Daily Archives: October 22, 2009

Video Feature: Blackleg in Cattle

Dr. Clyde Lane University of Tennessee, Beef Extension Specialist, discusses this important topic.

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 Beef Team gives tips for parasite control in the cow herd

 Beef Team gives tips for parasite control in the cow herd

Bethany Funnell, DVM, University of Minnesota Beef Team

Farm and Ranch Guide

Father Time has just turned a page in the book, and ushered in Jack Frost.

September was one of wonderfully warm weather, which in some areas, was just what the crops needed to finish out their life cycle, and produce harvestable fruits.

The changing of the season also ushers in the next steps in the cattle production cycle.

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A Profit Opportunity For Cowboys? Really!

A Profit Opportunity For Cowboys? Really!

The Farm Gate

Is there a turnaround occurring in the cattle market? Apparently, cowboys see some opportunities for profitability and their recent actions to increase feedlot inventories indicate a light at the end of the tunnel for the beef industry. Is that a glimmer of hope or is that an approaching train wreck?

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Care of the Newborn Immediately After Calving

Care of the Newborn Immediately After Calving

 Dr. Glenn Selk, Extension Cattle Specialist, Oklahoma State University

Delayed passage through the birth canal in the face of a faltering placenta compromises oxygenation of the calf.  Although the calf is able to breathe as soon as its nose passes the lips of the vulva, expansion of the chest is restricted by the narrow birth canal.  This situation is seriously aggravated when continuous forced traction is applied.

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Managing Herd Health, When Times are Bad…or Good

Managing Herd Health, When Times are Bad…or Good

Troy Smith

Hereford World

Veterinarian recommends producers implement health practices when they will deliver maximum benefit, not based on convenience.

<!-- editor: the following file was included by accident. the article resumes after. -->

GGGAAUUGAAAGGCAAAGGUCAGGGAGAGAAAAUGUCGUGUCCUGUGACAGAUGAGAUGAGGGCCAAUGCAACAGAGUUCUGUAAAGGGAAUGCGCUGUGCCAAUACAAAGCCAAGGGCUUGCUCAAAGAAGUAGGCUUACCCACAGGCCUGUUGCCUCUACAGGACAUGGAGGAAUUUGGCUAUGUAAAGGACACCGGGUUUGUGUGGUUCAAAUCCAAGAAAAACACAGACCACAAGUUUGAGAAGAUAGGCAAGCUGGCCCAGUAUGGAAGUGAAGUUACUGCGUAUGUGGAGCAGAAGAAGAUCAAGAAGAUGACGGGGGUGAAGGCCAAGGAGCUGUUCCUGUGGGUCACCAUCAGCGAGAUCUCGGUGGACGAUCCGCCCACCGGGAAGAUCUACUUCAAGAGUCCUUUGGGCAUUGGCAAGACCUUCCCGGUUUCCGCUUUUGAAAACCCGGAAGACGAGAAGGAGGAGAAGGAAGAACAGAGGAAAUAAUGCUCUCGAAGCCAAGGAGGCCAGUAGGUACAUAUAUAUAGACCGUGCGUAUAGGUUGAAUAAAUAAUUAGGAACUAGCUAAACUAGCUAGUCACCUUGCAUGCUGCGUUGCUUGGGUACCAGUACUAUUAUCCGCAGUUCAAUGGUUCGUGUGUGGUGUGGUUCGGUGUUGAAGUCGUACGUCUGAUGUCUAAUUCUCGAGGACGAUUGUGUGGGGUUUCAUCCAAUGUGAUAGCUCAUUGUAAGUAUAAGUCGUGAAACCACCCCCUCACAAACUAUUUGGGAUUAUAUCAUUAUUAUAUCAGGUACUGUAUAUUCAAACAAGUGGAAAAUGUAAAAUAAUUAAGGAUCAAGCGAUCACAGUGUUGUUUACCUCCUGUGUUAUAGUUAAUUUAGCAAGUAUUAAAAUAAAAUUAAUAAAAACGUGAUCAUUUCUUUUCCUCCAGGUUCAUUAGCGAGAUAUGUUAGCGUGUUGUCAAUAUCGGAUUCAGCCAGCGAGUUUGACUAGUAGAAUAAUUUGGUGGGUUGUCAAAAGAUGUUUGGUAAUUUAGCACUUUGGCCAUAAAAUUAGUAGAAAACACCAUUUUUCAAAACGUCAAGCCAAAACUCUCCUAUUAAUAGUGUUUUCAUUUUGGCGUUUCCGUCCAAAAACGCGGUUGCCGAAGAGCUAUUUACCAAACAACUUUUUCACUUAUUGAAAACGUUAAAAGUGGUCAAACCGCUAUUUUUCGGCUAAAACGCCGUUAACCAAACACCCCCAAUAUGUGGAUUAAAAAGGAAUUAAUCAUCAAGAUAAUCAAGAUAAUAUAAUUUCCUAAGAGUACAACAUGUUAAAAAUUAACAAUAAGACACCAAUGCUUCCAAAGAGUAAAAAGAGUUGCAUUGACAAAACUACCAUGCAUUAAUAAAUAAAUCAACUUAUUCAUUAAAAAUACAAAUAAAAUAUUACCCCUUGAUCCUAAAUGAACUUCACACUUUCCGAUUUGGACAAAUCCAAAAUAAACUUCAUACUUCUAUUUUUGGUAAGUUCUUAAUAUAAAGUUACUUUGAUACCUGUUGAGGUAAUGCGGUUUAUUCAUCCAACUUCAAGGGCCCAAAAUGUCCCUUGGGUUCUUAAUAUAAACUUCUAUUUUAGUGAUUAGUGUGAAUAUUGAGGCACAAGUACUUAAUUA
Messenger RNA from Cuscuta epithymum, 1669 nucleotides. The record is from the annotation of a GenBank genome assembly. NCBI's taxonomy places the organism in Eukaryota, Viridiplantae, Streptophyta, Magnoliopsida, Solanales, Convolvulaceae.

Most agricultural economists say key indicators suggest better times ahead for people in the cow business. Declining U.S. cattle numbers mean more limited beef supplies, which should push beef and cattle prices higher. Complicating things is this worldwide economic recession, which has dampened demand for beef domestically and in foreign markets.

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7 Ways To Sink Your Family Beef Operation

7 Ways To Sink Your Family Beef Operation

Kindra Gordon

Angus Journal

When multiple generations of a family work together in business — be it a farm, ranch or feedlot — there will be moments when things are not “swell,” says Ron Hanson, a University of Nebraska ag economics professor.

During his career as a university professor, Hanson has spent his own personal time the past 32 years working to help farm and ranch families successfully pass their business from one generation to the next. Having grown up on an Illinois family farm himself, Hanson understands the stressful situations and difficulties that multigenerational family operations may encounter in this transition process.

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Becoming A Carcass Ultrasound Technician

Becoming A Carcass Ultrasound Technician

Patrick Wall, The National CUP Lab

The telephone at The National CUP Lab rings often in the spring of each year, but as the bull & female sale season winds down, the clients’ questions begin to change from barnsheets, images, and data processing to “How do I become a field technician?” Despite the rapid growth of available scanning technicians in the last five years, there are still parts of the country that thirst for someone to scan their cattle. Seeing an opportunity, a number of creative cattlemen have filled the void in their area by becoming a certified technician. On the surface, getting into the ultrasound scanning business seems quite simple: learn the science, buy equipment, find cattle, and scan ‘em.

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